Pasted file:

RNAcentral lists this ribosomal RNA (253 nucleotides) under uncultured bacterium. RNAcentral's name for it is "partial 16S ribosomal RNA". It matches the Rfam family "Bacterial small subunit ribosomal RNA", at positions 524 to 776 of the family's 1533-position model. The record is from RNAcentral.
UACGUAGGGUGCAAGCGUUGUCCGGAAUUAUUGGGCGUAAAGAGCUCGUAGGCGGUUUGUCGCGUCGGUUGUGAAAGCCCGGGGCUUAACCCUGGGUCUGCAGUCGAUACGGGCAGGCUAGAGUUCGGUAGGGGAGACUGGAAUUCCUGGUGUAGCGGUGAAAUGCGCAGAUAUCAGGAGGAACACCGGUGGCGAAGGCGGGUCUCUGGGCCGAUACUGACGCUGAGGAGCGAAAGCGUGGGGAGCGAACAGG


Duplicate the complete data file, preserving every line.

RNAcentral lists this ribosomal RNA (253 nucleotides) under uncultured bacterium. RNAcentral's name for it is "partial 16S ribosomal RNA". It matches the Rfam family "Bacterial small subunit ribosomal RNA", at positions 524 to 776 of the family's 1533-position model. The record is from RNAcentral.
UACGUAGGGUGCAAGCGUUGUCCGGAAUUAUUGGGCGUAAAGAGCUCGUAGGCGGUUUGUCGCGUCGGUUGUGAAAGCCCGGGGCUUAACCCUGGGUCUGCAGUCGAUACGGGCAGGCUAGAGUUCGGUAGGGGAGACUGGAAUUCCUGGUGUAGCGGUGAAAUGCGCAGAUAUCAGGAGGAACACCGGUGGCGAAGGCGGGUCUCUGGGCCGAUACUGACGCUGAGGAGCGAAAGCGUGGGGAGCGAACAGG